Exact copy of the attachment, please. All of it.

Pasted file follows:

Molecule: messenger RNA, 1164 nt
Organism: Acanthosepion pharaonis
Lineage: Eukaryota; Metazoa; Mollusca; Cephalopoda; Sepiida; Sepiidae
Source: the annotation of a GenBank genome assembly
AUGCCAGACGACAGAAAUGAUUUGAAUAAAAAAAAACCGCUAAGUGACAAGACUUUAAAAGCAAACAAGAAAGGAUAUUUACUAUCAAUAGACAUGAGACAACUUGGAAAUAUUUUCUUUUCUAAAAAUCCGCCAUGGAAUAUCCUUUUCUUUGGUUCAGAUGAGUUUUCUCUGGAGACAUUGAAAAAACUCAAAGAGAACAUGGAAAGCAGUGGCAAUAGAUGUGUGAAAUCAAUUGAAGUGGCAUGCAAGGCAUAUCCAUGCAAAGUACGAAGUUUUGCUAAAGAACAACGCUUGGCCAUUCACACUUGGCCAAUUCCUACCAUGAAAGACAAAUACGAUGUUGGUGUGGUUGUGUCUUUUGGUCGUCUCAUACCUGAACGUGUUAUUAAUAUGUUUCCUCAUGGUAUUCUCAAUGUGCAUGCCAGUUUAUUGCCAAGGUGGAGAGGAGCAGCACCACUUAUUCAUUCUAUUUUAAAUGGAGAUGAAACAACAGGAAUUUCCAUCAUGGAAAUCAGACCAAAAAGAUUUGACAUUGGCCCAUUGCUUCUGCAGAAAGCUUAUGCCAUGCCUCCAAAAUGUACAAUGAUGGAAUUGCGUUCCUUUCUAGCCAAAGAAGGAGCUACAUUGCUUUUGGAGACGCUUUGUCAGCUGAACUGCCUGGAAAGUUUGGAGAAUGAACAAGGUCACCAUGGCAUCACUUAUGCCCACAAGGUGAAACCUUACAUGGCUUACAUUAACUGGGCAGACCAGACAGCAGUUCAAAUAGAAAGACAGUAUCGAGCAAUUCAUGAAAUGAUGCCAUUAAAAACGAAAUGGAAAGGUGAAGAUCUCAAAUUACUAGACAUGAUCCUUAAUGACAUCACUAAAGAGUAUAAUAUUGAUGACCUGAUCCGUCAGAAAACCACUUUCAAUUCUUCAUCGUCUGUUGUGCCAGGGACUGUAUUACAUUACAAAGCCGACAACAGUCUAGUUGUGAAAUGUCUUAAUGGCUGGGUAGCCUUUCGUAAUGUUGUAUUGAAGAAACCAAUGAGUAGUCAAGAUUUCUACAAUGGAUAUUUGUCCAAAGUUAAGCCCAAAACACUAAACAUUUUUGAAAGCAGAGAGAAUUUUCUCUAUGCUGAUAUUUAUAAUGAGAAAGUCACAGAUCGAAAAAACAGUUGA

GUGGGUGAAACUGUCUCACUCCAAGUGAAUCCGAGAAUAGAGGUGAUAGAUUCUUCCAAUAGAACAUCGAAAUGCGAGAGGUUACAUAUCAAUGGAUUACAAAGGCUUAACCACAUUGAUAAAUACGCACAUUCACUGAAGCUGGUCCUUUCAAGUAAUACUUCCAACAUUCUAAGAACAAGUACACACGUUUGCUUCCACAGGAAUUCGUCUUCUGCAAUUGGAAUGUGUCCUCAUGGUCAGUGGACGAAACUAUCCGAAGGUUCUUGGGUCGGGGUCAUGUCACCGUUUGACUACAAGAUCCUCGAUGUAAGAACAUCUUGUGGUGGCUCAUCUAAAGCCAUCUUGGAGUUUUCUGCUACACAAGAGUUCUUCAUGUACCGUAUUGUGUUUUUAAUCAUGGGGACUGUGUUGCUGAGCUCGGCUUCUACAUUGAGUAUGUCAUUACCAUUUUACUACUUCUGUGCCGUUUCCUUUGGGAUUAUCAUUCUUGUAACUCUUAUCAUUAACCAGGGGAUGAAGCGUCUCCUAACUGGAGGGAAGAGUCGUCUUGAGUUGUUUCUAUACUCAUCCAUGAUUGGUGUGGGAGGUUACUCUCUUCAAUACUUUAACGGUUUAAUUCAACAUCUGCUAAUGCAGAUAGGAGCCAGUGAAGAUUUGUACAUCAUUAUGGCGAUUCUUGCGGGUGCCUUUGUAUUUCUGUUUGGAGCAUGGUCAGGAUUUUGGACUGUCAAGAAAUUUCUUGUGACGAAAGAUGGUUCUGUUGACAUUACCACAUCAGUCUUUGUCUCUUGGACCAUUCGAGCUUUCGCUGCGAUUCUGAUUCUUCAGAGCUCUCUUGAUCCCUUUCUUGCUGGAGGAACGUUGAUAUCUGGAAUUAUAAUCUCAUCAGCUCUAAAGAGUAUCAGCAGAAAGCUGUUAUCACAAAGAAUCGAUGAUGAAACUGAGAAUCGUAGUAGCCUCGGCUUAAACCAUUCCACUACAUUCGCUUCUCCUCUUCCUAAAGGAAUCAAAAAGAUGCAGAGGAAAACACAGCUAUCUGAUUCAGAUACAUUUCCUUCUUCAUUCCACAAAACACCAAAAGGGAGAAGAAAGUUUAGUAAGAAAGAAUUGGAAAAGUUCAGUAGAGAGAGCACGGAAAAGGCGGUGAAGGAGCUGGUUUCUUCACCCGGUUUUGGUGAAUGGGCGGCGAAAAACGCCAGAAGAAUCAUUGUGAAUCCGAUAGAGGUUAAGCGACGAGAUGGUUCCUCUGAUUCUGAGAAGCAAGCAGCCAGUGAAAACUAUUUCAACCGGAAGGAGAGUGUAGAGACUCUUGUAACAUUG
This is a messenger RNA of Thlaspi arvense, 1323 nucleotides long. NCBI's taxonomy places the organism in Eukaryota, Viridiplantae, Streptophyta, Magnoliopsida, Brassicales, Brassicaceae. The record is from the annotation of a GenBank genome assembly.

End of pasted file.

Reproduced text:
Molecule: messenger RNA, 1164 nt
Organism: Acanthosepion pharaonis
Lineage: Eukaryota; Metazoa; Mollusca; Cephalopoda; Sepiida; Sepiidae
Source: the annotation of a GenBank genome assembly
AUGCCAGACGACAGAAAUGAUUUGAAUAAAAAAAAACCGCUAAGUGACAAGACUUUAAAAGCAAACAAGAAAGGAUAUUUACUAUCAAUAGACAUGAGACAACUUGGAAAUAUUUUCUUUUCUAAAAAUCCGCCAUGGAAUAUCCUUUUCUUUGGUUCAGAUGAGUUUUCUCUGGAGACAUUGAAAAAACUCAAAGAGAACAUGGAAAGCAGUGGCAAUAGAUGUGUGAAAUCAAUUGAAGUGGCAUGCAAGGCAUAUCCAUGCAAAGUACGAAGUUUUGCUAAAGAACAACGCUUGGCCAUUCACACUUGGCCAAUUCCUACCAUGAAAGACAAAUACGAUGUUGGUGUGGUUGUGUCUUUUGGUCGUCUCAUACCUGAACGUGUUAUUAAUAUGUUUCCUCAUGGUAUUCUCAAUGUGCAUGCCAGUUUAUUGCCAAGGUGGAGAGGAGCAGCACCACUUAUUCAUUCUAUUUUAAAUGGAGAUGAAACAACAGGAAUUUCCAUCAUGGAAAUCAGACCAAAAAGAUUUGACAUUGGCCCAUUGCUUCUGCAGAAAGCUUAUGCCAUGCCUCCAAAAUGUACAAUGAUGGAAUUGCGUUCCUUUCUAGCCAAAGAAGGAGCUACAUUGCUUUUGGAGACGCUUUGUCAGCUGAACUGCCUGGAAAGUUUGGAGAAUGAACAAGGUCACCAUGGCAUCACUUAUGCCCACAAGGUGAAACCUUACAUGGCUUACAUUAACUGGGCAGACCAGACAGCAGUUCAAAUAGAAAGACAGUAUCGAGCAAUUCAUGAAAUGAUGCCAUUAAAAACGAAAUGGAAAGGUGAAGAUCUCAAAUUACUAGACAUGAUCCUUAAUGACAUCACUAAAGAGUAUAAUAUUGAUGACCUGAUCCGUCAGAAAACCACUUUCAAUUCUUCAUCGUCUGUUGUGCCAGGGACUGUAUUACAUUACAAAGCCGACAACAGUCUAGUUGUGAAAUGUCUUAAUGGCUGGGUAGCCUUUCGUAAUGUUGUAUUGAAGAAACCAAUGAGUAGUCAAGAUUUCUACAAUGGAUAUUUGUCCAAAGUUAAGCCCAAAACACUAAACAUUUUUGAAAGCAGAGAGAAUUUUCUCUAUGCUGAUAUUUAUAAUGAGAAAGUCACAGAUCGAAAAAACAGUUGA

GUGGGUGAAACUGUCUCACUCCAAGUGAAUCCGAGAAUAGAGGUGAUAGAUUCUUCCAAUAGAACAUCGAAAUGCGAGAGGUUACAUAUCAAUGGAUUACAAAGGCUUAACCACAUUGAUAAAUACGCACAUUCACUGAAGCUGGUCCUUUCAAGUAAUACUUCCAACAUUCUAAGAACAAGUACACACGUUUGCUUCCACAGGAAUUCGUCUUCUGCAAUUGGAAUGUGUCCUCAUGGUCAGUGGACGAAACUAUCCGAAGGUUCUUGGGUCGGGGUCAUGUCACCGUUUGACUACAAGAUCCUCGAUGUAAGAACAUCUUGUGGUGGCUCAUCUAAAGCCAUCUUGGAGUUUUCUGCUACACAAGAGUUCUUCAUGUACCGUAUUGUGUUUUUAAUCAUGGGGACUGUGUUGCUGAGCUCGGCUUCUACAUUGAGUAUGUCAUUACCAUUUUACUACUUCUGUGCCGUUUCCUUUGGGAUUAUCAUUCUUGUAACUCUUAUCAUUAACCAGGGGAUGAAGCGUCUCCUAACUGGAGGGAAGAGUCGUCUUGAGUUGUUUCUAUACUCAUCCAUGAUUGGUGUGGGAGGUUACUCUCUUCAAUACUUUAACGGUUUAAUUCAACAUCUGCUAAUGCAGAUAGGAGCCAGUGAAGAUUUGUACAUCAUUAUGGCGAUUCUUGCGGGUGCCUUUGUAUUUCUGUUUGGAGCAUGGUCAGGAUUUUGGACUGUCAAGAAAUUUCUUGUGACGAAAGAUGGUUCUGUUGACAUUACCACAUCAGUCUUUGUCUCUUGGACCAUUCGAGCUUUCGCUGCGAUUCUGAUUCUUCAGAGCUCUCUUGAUCCCUUUCUUGCUGGAGGAACGUUGAUAUCUGGAAUUAUAAUCUCAUCAGCUCUAAAGAGUAUCAGCAGAAAGCUGUUAUCACAAAGAAUCGAUGAUGAAACUGAGAAUCGUAGUAGCCUCGGCUUAAACCAUUCCACUACAUUCGCUUCUCCUCUUCCUAAAGGAAUCAAAAAGAUGCAGAGGAAAACACAGCUAUCUGAUUCAGAUACAUUUCCUUCUUCAUUCCACAAAACACCAAAAGGGAGAAGAAAGUUUAGUAAGAAAGAAUUGGAAAAGUUCAGUAGAGAGAGCACGGAAAAGGCGGUGAAGGAGCUGGUUUCUUCACCCGGUUUUGGUGAAUGGGCGGCGAAAAACGCCAGAAGAAUCAUUGUGAAUCCGAUAGAGGUUAAGCGACGAGAUGGUUCCUCUGAUUCUGAGAAGCAAGCAGCCAGUGAAAACUAUUUCAACCGGAAGGAGAGUGUAGAGACUCUUGUAACAUUG
This is a messenger RNA of Thlaspi arvense, 1323 nucleotides long. NCBI's taxonomy places the organism in Eukaryota, Viridiplantae, Streptophyta, Magnoliopsida, Brassicales, Brassicaceae. The record is from the annotation of a GenBank genome assembly.